Once upon a time, the sovereign credit downgrade of an emerging market powerhouse would be enough to send global markets into spasms of selling. The curious case of South Africa, however, has been decidedly different.
Indeed, despite being the "S" in BRICS (Brazil, Russia, India, China—the largest emerging economies in the world—the situation in South Africa appears to have very limited spill over for other markets.
Although the country's $143 billion in external debt remains high by historical standards, that burden is considerably lower than other debt-heavy economies like Greece, whose struggles with investors and euro zone officials to reduce its debt pile often reverberate across global markets.
The recent and sudden ouster of South Africa's respected finance minister, Pravin Gordhan – coupled with rising political instability that may yet force President Jacob Zuma from office prematurely – have sent the country's risk premiums soaring. Gordhan's replacement, Malusi Gigaba, is a former Home Affairs official with little financial or economic experience.
The turmoil prompted ratings agencies S&P and Fitch to downgrade South Africa's sovereign rating from BBB- to BB+, to speculative or "junk" levels, with a negative outlook. Meanwhile, Moody's also placed its Baa2 rating on downgrade review.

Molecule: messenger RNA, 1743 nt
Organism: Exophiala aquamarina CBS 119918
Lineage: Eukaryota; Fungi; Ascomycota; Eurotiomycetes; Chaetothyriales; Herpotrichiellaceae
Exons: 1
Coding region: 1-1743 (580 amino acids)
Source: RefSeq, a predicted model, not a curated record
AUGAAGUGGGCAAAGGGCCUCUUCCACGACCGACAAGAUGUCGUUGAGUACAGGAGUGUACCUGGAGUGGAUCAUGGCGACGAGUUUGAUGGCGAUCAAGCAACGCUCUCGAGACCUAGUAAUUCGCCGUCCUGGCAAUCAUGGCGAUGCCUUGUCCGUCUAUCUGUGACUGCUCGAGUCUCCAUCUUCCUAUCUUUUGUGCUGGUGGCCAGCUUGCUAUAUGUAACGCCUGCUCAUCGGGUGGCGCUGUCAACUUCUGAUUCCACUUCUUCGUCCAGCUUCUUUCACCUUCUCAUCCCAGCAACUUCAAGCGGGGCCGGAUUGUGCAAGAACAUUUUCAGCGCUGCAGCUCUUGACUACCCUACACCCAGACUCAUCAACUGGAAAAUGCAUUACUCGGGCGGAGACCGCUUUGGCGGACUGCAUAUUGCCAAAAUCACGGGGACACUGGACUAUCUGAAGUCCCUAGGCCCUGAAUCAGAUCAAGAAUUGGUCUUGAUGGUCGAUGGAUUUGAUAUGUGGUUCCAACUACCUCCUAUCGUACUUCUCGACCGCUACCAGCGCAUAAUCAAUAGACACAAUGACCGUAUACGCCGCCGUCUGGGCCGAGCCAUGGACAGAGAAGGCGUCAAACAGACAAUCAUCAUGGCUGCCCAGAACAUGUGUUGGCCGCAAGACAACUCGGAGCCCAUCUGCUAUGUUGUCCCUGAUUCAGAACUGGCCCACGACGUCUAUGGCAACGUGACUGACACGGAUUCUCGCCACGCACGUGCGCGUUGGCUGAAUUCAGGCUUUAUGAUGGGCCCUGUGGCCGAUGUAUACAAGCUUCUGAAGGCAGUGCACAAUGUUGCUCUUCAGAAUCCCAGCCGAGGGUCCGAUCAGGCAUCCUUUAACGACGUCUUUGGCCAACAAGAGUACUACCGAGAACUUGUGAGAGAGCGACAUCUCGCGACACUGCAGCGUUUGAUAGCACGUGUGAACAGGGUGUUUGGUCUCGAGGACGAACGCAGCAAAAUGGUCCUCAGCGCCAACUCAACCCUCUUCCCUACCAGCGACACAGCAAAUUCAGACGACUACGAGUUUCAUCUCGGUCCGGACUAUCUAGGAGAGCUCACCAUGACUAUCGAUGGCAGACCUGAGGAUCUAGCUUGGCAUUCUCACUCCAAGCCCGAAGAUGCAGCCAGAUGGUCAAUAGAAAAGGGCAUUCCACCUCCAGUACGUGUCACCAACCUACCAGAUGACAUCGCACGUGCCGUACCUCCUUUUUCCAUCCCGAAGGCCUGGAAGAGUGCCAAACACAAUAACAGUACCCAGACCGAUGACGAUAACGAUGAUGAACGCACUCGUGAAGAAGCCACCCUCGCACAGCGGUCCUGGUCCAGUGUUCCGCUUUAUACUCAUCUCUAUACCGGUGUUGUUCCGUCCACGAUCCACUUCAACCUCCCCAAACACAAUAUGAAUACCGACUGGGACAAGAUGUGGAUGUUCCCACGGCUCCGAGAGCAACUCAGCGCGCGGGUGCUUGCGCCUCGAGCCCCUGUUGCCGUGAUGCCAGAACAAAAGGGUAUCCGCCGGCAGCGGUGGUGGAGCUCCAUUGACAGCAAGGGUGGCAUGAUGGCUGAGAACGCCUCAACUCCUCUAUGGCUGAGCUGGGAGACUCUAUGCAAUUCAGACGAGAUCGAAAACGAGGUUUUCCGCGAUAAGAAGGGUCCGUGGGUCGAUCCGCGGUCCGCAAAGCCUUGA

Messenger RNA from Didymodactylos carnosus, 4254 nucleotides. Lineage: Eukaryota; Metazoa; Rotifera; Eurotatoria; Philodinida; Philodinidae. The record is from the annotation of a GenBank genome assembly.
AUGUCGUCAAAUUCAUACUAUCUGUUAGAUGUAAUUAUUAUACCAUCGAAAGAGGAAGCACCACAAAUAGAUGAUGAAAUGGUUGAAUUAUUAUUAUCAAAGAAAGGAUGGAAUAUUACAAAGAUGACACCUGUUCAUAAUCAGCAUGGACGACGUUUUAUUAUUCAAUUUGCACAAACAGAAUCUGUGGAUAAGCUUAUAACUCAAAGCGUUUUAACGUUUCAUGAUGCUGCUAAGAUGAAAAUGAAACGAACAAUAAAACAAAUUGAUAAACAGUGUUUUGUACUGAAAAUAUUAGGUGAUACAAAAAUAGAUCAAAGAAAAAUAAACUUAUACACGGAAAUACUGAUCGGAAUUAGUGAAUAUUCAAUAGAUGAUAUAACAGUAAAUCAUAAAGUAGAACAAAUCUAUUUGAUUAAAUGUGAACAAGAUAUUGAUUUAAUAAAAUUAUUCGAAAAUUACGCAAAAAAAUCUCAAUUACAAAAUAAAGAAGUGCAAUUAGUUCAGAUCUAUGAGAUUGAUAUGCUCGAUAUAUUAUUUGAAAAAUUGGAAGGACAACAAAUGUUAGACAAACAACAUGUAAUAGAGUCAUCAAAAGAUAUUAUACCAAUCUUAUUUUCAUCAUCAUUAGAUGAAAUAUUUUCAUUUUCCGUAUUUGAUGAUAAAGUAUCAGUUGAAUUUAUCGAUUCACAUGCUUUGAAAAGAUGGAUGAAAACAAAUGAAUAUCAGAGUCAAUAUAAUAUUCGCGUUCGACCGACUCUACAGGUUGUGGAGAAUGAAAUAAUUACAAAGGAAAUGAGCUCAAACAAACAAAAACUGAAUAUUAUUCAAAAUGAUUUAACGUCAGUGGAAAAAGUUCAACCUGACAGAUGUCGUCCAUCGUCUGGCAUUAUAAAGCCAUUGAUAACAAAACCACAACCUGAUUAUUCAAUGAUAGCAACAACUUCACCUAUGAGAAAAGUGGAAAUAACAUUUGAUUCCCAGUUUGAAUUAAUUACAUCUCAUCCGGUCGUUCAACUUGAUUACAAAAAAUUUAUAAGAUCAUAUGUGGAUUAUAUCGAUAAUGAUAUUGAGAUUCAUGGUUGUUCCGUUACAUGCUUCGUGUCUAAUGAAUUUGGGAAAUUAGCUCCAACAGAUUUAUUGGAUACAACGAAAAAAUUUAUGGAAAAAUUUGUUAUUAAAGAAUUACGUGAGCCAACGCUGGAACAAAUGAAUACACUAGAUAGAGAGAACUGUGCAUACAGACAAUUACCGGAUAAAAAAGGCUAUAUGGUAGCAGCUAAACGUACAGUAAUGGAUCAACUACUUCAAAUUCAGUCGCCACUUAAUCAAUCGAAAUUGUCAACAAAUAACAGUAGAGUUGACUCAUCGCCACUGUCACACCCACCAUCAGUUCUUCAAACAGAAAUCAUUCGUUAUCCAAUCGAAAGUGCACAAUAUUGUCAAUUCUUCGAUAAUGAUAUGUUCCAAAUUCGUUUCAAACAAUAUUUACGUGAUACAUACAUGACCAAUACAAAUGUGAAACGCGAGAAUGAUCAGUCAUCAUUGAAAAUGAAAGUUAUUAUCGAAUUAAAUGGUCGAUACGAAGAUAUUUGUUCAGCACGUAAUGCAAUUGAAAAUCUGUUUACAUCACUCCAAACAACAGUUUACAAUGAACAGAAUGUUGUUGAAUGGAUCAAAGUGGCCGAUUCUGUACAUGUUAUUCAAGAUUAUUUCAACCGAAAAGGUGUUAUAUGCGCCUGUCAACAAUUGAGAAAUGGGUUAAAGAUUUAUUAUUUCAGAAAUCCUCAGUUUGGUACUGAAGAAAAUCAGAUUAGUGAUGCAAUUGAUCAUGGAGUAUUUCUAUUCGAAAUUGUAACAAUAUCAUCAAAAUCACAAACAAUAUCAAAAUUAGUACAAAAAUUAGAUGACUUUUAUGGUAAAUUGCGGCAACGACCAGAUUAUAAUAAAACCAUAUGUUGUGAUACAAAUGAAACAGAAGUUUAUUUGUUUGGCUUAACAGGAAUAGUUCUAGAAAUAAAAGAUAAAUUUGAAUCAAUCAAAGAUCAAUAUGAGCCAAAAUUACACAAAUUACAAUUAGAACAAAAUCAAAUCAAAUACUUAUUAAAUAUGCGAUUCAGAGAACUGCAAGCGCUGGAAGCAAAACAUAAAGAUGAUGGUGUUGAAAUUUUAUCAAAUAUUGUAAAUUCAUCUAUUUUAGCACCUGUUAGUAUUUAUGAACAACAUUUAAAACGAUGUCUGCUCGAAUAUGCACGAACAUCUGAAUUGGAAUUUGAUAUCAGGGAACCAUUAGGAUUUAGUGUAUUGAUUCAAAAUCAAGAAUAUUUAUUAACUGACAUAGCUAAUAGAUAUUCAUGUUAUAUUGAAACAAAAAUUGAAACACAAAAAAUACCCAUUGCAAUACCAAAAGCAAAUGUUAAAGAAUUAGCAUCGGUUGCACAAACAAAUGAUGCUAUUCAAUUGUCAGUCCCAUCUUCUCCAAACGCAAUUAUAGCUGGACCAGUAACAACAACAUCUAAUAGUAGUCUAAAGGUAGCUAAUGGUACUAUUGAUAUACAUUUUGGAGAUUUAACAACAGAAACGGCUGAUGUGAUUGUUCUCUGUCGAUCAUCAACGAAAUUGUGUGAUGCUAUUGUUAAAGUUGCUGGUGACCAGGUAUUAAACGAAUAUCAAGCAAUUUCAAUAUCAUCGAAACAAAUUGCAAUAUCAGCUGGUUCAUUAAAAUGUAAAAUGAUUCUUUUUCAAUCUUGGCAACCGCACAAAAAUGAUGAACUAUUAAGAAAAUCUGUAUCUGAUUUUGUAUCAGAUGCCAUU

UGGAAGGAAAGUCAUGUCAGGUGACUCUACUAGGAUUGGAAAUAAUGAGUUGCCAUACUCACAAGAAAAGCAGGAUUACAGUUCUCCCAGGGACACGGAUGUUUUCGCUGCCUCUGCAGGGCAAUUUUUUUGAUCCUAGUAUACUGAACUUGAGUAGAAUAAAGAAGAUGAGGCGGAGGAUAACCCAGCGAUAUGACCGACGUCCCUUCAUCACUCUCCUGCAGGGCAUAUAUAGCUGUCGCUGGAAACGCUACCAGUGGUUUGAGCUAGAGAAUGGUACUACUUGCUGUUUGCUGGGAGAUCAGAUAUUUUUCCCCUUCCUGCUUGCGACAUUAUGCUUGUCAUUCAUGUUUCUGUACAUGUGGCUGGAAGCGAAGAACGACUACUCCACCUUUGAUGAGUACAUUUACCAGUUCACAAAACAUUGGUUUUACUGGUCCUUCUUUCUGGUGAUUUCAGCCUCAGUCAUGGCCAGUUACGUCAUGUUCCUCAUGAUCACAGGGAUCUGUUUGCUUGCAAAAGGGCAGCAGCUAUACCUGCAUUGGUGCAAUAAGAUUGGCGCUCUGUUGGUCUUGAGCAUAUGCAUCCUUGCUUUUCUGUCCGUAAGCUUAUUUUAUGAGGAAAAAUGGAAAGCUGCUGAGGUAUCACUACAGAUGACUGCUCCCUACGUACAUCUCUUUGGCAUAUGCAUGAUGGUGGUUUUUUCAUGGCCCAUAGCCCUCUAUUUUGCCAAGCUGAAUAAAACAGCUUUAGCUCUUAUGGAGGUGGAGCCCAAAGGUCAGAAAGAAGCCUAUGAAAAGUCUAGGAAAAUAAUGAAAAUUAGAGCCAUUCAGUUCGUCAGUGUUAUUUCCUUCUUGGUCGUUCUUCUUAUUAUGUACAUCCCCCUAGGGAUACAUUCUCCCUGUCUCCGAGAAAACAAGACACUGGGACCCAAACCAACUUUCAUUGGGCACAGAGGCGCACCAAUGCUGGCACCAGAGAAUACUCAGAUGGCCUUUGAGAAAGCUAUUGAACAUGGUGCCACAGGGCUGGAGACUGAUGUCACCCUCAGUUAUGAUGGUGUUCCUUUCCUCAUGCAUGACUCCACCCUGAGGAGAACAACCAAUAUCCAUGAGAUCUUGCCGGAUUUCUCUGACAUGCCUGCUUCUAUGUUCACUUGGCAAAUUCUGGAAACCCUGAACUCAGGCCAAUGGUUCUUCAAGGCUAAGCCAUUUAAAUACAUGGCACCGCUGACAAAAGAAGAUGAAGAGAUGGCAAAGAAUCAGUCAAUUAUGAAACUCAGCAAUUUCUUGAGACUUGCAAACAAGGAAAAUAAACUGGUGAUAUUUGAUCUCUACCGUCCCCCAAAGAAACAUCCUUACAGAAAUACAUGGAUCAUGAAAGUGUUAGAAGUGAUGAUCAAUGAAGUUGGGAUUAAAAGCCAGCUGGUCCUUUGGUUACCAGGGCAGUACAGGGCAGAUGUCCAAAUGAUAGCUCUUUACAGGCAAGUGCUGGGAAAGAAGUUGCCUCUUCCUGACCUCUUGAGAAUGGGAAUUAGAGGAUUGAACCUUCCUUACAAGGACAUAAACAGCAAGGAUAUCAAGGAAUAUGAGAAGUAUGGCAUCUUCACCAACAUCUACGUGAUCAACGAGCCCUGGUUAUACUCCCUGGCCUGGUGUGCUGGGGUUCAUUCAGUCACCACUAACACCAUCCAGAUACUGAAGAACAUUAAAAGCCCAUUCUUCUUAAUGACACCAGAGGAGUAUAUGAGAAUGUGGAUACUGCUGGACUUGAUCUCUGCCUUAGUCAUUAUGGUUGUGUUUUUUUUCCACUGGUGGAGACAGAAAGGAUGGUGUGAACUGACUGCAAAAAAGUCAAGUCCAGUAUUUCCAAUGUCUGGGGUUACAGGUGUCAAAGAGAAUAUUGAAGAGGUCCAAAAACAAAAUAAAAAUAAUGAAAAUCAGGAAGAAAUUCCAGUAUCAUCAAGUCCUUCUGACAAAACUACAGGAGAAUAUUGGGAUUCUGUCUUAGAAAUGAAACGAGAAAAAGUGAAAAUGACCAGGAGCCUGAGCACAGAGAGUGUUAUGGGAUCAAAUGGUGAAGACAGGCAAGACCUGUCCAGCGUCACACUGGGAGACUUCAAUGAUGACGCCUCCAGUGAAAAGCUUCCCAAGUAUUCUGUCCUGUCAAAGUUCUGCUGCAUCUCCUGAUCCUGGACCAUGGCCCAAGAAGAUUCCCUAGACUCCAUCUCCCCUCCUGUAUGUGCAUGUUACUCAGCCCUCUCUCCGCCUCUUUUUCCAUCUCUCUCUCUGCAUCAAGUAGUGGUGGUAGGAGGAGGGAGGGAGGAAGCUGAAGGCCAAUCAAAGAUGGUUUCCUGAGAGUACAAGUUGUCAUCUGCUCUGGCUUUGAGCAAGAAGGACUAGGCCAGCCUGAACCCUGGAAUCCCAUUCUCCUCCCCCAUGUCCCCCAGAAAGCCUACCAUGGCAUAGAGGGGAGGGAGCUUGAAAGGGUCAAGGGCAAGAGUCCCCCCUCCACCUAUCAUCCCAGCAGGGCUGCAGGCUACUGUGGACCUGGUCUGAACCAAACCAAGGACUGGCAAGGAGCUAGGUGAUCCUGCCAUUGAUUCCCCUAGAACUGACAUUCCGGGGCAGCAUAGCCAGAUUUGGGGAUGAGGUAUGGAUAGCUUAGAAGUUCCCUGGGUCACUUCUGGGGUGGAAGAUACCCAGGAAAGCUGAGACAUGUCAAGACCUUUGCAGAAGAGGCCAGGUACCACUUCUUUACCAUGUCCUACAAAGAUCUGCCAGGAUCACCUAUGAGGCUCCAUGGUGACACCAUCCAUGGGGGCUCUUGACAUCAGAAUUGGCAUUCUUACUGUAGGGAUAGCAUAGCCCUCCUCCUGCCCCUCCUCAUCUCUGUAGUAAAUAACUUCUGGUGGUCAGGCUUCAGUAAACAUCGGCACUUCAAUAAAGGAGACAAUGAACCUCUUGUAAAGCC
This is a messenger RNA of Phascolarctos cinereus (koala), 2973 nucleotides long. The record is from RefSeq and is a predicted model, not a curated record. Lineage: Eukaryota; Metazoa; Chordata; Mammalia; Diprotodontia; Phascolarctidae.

Although South Africa's official currency, the rand, has taken the downgrade on the chin, investors say the fallout from the downgrades appears contained—at least for now.
According to Africa watchers, investors have been leery of the potential for a downgrade for some time, largely because of the faltering economy. Under normal circumstances, a ratings cut of South Africa's magnitude would have prompted widespread portfolio adjustments by big investors.
"This is a very South Africa-specific story in terms of its unique political dynamics," James Barrineau, head of emerging market debt with investment manager Schroder's told CNBC recently.
"We expect some forced selling of South Africa from funds that can hold only investment-grade rated credits; however much of this was anticipated by the markets and occurred immediately following the news that Gordhan would be out," Barrineau added.
Not out of the woods yet